The Mexico Summit on Health Research 2004BMJ 2004; 329 doi: https://doi.org/10.1136/bmj.329.7477.1249 (Published 25 November 2004) Cite this as: BMJ 2004;329:1249
- Kamran Abbasi (firstname.lastname@example.org), acting editor
The time: four days, 25 working sessions, six round tables, six joint plenaries and “networking” lunches. The people: hundreds of international delegates, 29 ministers of health, and 29 ministerial representatives. The result: three firm action points, seven vague ones. The reason: political expediency.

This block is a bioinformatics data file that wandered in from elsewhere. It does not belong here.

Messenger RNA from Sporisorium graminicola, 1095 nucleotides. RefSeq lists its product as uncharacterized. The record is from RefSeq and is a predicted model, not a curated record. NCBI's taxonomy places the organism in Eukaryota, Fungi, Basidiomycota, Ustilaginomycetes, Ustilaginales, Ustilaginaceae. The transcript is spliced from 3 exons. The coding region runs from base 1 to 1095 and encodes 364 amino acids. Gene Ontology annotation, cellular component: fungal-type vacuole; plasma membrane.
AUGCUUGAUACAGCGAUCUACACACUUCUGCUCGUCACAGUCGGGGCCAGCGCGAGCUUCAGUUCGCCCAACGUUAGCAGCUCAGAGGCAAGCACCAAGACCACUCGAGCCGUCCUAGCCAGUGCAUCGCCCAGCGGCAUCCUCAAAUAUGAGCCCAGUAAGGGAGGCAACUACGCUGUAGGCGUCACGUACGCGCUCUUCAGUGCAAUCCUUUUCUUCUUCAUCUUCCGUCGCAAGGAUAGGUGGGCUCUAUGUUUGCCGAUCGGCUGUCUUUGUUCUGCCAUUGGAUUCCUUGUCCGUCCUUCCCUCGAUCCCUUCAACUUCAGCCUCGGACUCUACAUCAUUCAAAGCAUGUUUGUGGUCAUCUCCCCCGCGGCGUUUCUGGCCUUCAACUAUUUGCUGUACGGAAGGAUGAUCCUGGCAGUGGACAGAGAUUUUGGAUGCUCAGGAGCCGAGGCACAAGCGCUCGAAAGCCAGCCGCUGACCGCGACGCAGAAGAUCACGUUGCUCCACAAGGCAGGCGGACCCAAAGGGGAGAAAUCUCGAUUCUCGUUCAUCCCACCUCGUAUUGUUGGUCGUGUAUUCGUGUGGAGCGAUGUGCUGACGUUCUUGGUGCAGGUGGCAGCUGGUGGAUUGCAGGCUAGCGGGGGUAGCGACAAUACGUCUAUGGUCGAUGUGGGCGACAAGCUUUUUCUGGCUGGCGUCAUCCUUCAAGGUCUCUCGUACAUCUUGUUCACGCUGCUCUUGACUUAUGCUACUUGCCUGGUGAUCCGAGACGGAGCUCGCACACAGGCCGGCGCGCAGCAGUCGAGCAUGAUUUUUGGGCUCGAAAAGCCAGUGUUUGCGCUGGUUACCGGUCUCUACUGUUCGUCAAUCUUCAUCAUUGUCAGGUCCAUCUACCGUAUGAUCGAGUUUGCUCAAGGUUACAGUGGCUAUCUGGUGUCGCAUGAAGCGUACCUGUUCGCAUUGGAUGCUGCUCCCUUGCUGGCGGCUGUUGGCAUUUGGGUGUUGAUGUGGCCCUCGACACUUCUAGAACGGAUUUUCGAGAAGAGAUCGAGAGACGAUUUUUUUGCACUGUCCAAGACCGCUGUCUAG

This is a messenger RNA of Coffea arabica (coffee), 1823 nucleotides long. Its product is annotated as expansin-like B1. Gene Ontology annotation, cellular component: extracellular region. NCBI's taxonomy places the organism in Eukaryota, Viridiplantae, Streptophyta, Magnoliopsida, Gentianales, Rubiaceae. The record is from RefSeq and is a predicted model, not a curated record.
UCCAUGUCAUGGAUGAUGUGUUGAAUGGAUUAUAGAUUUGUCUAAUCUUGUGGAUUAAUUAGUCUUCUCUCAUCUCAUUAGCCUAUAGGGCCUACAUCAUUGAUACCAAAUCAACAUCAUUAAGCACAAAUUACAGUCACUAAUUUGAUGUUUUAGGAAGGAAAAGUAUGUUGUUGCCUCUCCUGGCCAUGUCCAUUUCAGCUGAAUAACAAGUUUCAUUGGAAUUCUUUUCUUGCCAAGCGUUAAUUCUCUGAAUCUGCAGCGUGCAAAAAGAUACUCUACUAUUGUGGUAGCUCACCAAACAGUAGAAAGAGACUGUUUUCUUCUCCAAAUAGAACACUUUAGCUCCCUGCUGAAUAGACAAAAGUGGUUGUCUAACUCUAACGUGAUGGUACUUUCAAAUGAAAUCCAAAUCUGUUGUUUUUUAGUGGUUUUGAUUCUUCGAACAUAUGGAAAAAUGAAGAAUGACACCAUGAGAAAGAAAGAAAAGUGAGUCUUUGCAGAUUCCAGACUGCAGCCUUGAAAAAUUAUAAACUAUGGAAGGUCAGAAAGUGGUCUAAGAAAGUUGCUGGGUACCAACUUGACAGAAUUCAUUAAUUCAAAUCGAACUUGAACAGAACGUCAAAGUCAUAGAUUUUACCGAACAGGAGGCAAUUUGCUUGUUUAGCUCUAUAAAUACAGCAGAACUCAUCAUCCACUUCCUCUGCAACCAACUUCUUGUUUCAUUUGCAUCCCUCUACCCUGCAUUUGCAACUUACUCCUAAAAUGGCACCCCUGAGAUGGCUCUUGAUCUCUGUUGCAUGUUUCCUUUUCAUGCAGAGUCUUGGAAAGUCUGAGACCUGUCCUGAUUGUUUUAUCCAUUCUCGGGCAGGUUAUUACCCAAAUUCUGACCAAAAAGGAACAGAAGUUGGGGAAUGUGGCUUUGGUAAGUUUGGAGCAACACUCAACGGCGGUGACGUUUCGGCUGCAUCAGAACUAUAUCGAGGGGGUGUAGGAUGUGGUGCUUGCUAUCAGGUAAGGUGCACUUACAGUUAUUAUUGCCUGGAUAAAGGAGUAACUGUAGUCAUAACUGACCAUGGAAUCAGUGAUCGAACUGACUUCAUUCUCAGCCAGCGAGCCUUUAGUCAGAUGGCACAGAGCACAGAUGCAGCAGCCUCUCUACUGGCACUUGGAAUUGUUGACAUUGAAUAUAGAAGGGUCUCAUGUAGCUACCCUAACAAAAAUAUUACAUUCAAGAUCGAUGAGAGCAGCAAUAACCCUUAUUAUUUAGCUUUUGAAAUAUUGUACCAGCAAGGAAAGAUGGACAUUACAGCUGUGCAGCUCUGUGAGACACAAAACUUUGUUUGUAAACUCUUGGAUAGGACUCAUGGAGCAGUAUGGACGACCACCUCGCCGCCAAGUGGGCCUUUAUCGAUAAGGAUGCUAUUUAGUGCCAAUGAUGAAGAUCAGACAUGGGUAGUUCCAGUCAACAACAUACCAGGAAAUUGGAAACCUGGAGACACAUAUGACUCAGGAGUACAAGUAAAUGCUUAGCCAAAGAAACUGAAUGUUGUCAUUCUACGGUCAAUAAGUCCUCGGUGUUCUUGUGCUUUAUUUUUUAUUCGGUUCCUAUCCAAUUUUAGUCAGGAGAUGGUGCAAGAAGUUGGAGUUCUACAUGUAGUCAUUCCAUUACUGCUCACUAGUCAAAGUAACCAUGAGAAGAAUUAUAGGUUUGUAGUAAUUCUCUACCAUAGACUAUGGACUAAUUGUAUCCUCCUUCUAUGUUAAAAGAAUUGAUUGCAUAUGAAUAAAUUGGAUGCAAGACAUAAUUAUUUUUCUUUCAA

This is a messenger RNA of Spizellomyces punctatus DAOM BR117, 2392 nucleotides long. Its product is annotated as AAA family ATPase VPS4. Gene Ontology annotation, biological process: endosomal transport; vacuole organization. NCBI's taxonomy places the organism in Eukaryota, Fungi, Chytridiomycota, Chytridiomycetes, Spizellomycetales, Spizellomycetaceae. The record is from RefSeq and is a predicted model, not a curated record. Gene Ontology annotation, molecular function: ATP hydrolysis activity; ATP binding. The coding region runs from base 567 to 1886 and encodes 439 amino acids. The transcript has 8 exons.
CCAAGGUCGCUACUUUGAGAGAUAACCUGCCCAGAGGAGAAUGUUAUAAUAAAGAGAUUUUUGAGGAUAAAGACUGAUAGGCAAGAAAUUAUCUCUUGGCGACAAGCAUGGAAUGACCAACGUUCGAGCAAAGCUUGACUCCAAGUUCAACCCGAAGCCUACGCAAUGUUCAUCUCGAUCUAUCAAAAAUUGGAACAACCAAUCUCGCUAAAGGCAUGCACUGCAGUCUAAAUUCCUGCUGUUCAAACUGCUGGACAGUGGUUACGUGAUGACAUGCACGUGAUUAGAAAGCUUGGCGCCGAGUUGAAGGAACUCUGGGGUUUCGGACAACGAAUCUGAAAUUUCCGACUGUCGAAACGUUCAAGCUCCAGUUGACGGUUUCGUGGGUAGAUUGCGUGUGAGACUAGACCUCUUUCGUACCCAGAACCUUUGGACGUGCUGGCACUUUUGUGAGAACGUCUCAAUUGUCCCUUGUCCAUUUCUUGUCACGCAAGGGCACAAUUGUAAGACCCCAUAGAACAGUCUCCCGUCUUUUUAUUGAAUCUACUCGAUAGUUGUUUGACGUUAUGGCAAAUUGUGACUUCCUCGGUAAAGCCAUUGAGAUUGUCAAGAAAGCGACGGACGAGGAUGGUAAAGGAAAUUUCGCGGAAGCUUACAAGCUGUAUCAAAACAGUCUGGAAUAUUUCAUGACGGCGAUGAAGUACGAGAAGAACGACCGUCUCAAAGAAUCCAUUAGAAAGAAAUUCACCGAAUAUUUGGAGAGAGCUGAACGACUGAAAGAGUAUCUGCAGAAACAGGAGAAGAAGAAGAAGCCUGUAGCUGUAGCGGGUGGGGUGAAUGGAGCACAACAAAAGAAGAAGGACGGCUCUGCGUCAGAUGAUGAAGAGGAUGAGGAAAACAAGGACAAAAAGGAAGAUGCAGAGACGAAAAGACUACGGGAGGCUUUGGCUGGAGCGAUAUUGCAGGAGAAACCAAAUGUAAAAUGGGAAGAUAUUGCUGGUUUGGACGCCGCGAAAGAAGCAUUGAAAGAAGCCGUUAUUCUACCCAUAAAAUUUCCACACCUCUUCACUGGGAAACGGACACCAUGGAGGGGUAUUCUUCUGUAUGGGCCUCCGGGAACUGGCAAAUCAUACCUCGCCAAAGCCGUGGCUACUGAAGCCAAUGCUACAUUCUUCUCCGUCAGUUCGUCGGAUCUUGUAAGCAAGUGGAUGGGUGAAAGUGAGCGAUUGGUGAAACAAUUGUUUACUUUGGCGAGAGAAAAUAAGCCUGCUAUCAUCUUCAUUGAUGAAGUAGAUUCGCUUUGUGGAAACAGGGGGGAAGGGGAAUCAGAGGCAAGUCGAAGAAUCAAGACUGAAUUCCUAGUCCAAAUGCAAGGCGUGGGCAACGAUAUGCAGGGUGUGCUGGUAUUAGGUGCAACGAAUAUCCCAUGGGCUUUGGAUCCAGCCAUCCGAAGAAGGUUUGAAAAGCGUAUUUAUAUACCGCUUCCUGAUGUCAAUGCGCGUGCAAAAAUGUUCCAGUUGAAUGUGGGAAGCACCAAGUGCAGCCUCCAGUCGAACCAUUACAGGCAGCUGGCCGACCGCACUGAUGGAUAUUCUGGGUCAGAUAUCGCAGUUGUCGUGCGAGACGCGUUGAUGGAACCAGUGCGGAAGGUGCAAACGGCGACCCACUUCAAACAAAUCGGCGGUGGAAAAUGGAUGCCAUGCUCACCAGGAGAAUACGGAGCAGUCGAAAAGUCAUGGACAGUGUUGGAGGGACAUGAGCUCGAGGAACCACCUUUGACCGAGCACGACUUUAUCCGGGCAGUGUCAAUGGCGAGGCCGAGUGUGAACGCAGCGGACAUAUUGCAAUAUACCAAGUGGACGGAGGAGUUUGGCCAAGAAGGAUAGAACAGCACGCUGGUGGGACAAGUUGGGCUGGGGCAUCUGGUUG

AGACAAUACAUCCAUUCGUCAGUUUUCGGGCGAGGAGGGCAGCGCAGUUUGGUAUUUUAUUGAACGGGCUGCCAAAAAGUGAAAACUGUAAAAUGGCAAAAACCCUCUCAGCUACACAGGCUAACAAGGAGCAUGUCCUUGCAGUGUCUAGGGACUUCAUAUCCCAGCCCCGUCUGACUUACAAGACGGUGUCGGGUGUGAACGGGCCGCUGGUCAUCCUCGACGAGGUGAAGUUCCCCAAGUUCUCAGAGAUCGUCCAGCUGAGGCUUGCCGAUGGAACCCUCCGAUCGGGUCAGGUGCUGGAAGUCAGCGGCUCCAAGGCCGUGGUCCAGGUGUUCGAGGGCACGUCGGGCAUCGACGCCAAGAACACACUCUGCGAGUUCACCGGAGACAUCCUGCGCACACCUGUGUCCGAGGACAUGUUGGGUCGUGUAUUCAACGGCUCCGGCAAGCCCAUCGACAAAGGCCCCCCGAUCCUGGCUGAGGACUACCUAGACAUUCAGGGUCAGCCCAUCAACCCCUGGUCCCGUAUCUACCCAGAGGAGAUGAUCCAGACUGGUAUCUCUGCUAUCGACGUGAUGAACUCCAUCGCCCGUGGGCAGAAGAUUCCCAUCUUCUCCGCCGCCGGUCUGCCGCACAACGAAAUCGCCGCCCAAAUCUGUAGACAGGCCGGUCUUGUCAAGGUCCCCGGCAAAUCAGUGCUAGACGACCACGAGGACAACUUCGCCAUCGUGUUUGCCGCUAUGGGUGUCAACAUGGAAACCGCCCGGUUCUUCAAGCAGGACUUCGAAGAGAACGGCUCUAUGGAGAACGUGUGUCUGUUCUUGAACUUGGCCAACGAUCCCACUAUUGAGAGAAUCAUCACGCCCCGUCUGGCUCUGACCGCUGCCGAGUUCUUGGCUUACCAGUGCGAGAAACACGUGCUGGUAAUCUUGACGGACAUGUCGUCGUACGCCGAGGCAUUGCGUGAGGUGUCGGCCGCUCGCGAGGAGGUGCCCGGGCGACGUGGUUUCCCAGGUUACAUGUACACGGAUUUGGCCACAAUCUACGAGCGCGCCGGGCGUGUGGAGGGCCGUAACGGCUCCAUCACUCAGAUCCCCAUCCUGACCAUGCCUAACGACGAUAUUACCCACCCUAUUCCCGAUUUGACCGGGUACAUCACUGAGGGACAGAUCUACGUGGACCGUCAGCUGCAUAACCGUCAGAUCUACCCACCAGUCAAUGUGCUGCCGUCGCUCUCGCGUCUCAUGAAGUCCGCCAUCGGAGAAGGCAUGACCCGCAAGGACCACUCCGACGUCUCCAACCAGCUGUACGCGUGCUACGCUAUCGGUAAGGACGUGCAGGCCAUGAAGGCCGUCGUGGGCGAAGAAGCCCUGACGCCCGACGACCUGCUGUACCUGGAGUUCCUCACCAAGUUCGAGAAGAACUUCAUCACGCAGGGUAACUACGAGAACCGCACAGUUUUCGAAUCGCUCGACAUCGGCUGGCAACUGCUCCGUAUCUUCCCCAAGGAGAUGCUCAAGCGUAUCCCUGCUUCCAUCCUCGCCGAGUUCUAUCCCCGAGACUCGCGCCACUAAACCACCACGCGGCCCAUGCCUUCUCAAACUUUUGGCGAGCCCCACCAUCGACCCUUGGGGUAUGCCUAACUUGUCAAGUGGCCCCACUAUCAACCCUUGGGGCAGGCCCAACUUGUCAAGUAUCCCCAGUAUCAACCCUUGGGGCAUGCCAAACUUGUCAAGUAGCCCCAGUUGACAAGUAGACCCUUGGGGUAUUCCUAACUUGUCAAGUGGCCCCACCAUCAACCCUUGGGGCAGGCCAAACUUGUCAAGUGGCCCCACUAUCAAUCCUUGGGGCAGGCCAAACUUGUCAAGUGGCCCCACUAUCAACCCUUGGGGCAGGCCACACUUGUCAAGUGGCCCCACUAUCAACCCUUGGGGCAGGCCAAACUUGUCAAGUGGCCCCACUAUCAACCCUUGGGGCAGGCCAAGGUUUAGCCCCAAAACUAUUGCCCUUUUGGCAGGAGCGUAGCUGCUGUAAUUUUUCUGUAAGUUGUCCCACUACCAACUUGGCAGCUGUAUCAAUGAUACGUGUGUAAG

The Mexico Summit on Health Research was a historic gathering of health ministers—let's not quibble that only 29 bothered to turn up—and just as many ministerial representatives. The ministers spoke with passion, and surprising understanding, of challenges facing health systems research. The advocates—public health specialists, researchers, and technocrats from the World Health Organization—put their case to ministers with clarity, and surprising persuasiveness.
But what will the millions of poor people in our world make of the Mexico Agenda for Health Research, a document agreed by …
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